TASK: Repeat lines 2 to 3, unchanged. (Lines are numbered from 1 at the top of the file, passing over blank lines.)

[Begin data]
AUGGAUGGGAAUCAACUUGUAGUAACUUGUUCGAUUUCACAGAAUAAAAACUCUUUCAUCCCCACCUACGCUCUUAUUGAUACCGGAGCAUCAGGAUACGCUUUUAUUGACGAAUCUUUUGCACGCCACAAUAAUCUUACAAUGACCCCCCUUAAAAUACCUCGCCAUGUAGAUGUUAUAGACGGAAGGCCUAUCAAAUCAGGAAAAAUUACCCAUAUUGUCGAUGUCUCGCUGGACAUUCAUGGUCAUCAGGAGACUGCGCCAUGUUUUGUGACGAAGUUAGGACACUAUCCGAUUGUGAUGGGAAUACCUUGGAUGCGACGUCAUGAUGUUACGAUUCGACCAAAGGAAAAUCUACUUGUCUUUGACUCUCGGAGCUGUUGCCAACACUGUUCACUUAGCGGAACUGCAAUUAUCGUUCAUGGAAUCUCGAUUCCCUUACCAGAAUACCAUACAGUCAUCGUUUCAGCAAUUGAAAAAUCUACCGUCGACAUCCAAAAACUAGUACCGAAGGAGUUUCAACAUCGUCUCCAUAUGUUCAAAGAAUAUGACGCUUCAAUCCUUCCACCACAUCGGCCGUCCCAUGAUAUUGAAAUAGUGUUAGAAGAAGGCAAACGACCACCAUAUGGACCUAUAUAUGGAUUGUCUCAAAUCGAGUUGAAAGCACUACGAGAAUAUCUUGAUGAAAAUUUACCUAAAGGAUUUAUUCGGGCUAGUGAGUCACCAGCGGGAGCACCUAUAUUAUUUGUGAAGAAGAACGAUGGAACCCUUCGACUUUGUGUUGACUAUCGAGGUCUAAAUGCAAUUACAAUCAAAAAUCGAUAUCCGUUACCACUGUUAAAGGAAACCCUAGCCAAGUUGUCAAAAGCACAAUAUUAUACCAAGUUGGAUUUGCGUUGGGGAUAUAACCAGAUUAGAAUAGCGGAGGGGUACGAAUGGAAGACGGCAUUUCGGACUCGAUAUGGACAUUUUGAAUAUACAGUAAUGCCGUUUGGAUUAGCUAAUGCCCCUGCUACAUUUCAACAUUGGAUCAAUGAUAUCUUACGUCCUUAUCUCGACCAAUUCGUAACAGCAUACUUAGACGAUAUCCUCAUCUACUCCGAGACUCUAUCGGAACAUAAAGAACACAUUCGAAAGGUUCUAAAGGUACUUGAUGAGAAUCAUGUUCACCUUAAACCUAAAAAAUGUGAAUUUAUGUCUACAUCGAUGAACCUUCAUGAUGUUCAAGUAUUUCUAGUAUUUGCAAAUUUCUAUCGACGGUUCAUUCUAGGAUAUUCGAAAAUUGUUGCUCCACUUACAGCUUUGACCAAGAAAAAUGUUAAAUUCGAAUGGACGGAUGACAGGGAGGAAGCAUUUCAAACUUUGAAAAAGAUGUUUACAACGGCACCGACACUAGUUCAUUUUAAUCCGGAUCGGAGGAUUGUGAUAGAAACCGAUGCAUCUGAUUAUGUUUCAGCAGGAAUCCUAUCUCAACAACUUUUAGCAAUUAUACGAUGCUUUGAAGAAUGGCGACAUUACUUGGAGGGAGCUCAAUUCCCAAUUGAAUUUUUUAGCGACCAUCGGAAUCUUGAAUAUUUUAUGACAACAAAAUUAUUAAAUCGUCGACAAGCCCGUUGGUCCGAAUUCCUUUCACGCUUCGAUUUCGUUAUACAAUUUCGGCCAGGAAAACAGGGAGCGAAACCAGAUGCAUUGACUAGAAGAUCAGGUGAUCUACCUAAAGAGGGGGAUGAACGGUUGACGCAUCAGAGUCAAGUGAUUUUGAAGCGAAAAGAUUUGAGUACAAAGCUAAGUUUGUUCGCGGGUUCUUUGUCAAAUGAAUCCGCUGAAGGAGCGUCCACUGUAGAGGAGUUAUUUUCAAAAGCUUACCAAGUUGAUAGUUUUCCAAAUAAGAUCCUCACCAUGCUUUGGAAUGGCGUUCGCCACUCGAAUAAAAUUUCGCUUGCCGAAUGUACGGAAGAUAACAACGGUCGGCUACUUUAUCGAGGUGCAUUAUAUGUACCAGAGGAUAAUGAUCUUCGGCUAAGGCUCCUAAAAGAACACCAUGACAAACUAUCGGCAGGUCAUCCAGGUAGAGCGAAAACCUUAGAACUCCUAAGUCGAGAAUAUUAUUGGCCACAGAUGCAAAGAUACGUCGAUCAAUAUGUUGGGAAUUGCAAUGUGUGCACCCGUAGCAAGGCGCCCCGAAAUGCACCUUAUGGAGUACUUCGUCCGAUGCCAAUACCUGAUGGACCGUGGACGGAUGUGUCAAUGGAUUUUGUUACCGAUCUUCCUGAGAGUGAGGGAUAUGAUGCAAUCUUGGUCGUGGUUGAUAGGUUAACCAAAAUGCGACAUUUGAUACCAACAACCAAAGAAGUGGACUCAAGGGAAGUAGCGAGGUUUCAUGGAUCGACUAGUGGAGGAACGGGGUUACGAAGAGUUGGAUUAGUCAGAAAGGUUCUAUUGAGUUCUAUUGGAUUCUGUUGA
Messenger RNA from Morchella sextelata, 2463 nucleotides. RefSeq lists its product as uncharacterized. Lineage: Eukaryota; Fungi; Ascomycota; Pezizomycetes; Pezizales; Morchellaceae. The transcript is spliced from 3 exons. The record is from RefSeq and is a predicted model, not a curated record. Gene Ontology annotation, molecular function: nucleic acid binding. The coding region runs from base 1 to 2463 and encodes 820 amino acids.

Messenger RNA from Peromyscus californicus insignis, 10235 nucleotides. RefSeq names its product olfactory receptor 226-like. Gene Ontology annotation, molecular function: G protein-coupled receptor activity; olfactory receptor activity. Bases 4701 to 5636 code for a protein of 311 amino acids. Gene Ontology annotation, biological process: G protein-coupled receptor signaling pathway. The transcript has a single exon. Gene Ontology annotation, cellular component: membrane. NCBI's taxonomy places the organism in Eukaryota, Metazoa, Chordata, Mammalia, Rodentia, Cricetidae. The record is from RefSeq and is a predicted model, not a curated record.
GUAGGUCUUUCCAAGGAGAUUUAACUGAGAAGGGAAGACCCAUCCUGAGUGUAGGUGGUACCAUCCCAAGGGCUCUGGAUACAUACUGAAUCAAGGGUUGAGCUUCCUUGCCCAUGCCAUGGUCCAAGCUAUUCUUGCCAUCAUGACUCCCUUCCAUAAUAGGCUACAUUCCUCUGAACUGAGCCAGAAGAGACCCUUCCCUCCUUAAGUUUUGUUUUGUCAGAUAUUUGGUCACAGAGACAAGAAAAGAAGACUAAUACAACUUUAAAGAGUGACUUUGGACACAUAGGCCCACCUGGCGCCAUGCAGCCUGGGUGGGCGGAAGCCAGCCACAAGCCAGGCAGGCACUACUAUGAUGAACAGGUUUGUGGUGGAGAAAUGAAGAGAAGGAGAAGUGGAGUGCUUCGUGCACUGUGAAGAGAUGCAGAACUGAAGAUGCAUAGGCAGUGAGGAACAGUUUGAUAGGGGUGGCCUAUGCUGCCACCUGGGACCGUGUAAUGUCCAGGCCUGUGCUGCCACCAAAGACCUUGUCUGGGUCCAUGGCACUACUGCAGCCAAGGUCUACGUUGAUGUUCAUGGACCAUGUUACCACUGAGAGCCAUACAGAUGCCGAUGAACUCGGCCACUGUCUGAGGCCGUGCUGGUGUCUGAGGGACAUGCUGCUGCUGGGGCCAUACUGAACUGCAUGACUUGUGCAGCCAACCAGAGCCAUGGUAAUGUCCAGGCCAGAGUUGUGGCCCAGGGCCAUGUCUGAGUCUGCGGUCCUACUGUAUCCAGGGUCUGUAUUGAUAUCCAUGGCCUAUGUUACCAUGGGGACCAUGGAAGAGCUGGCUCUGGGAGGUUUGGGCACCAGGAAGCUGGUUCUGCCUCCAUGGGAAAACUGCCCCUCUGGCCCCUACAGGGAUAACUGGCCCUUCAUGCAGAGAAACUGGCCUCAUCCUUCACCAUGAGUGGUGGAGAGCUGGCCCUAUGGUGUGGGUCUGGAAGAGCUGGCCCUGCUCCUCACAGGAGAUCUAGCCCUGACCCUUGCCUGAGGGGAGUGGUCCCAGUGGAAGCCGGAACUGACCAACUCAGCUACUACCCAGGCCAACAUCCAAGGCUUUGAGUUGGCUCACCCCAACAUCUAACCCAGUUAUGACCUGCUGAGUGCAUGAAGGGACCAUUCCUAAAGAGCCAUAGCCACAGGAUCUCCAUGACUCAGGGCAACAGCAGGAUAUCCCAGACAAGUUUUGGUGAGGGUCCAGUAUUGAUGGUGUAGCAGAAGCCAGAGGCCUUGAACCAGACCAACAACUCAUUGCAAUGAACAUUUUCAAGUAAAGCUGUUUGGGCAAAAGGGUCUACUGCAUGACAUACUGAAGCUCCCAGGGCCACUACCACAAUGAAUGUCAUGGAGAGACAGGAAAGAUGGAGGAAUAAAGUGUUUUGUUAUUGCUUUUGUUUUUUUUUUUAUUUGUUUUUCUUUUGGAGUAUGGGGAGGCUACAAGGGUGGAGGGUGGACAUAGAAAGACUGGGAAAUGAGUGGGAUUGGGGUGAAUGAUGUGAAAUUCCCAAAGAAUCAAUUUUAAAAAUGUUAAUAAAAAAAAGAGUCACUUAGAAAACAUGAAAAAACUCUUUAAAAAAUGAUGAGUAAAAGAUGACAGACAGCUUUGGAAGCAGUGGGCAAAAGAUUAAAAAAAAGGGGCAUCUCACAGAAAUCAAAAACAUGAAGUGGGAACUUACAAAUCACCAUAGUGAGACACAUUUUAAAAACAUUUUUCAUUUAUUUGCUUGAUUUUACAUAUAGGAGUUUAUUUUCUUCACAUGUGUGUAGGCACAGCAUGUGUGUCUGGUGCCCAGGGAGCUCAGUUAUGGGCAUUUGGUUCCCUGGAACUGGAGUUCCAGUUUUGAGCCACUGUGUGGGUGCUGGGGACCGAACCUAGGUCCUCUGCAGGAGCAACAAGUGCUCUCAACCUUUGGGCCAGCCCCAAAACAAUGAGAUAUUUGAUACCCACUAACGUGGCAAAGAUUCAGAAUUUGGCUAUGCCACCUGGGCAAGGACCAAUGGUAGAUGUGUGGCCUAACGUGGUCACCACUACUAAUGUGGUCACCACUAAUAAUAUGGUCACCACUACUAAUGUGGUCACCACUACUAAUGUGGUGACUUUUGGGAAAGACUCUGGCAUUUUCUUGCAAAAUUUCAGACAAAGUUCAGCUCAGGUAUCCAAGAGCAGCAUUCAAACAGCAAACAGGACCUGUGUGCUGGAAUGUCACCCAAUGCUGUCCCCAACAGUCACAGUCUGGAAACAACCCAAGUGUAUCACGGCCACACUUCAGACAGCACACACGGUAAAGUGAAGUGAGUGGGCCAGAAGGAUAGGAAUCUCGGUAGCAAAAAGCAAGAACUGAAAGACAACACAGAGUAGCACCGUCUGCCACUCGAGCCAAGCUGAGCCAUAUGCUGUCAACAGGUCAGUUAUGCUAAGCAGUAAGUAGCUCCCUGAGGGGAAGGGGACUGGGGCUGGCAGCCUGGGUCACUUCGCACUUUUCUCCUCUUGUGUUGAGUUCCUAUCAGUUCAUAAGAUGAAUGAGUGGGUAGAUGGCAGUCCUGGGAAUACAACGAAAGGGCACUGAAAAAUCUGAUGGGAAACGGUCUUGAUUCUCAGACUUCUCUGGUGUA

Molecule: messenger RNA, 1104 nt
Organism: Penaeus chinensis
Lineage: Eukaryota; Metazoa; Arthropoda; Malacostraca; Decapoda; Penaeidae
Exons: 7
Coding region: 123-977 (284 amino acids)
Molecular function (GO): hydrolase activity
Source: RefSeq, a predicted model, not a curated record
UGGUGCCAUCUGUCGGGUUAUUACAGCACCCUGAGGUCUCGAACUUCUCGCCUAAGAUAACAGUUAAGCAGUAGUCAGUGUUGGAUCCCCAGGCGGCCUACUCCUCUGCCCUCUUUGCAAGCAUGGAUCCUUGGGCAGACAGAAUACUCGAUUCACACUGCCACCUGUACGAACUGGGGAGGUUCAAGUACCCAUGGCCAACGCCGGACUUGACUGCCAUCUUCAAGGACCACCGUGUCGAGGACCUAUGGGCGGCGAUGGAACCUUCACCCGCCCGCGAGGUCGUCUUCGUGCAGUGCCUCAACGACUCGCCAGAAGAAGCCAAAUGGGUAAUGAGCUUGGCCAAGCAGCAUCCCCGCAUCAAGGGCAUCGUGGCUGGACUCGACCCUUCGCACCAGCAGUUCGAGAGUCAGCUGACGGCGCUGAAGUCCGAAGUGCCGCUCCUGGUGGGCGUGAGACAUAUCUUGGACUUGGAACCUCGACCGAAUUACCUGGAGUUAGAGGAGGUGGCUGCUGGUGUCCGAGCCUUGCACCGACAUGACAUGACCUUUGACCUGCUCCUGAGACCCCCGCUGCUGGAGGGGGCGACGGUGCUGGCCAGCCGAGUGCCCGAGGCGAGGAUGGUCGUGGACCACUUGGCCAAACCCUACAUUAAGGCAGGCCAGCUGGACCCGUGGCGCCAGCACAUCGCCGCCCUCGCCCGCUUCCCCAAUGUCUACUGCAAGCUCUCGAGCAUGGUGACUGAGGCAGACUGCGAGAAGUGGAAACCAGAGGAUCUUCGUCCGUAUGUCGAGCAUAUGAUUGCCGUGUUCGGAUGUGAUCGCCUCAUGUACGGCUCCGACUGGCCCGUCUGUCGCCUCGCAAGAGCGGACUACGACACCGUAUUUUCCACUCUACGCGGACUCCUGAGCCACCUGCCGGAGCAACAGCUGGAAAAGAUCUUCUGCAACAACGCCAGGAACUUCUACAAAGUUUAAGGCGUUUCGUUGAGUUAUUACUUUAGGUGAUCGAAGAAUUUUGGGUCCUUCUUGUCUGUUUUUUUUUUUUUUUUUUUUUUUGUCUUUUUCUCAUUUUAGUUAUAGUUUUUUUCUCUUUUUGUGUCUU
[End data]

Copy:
Messenger RNA from Morchella sextelata, 2463 nucleotides. RefSeq lists its product as uncharacterized. Lineage: Eukaryota; Fungi; Ascomycota; Pezizomycetes; Pezizales; Morchellaceae. The transcript is spliced from 3 exons. The record is from RefSeq and is a predicted model, not a curated record. Gene Ontology annotation, molecular function: nucleic acid binding. The coding region runs from base 1 to 2463 and encodes 820 amino acids.

Messenger RNA from Peromyscus californicus insignis, 10235 nucleotides. RefSeq names its product olfactory receptor 226-like. Gene Ontology annotation, molecular function: G protein-coupled receptor activity; olfactory receptor activity. Bases 4701 to 5636 code for a protein of 311 amino acids. Gene Ontology annotation, biological process: G protein-coupled receptor signaling pathway. The transcript has a single exon. Gene Ontology annotation, cellular component: membrane. NCBI's taxonomy places the organism in Eukaryota, Metazoa, Chordata, Mammalia, Rodentia, Cricetidae. The record is from RefSeq and is a predicted model, not a curated record.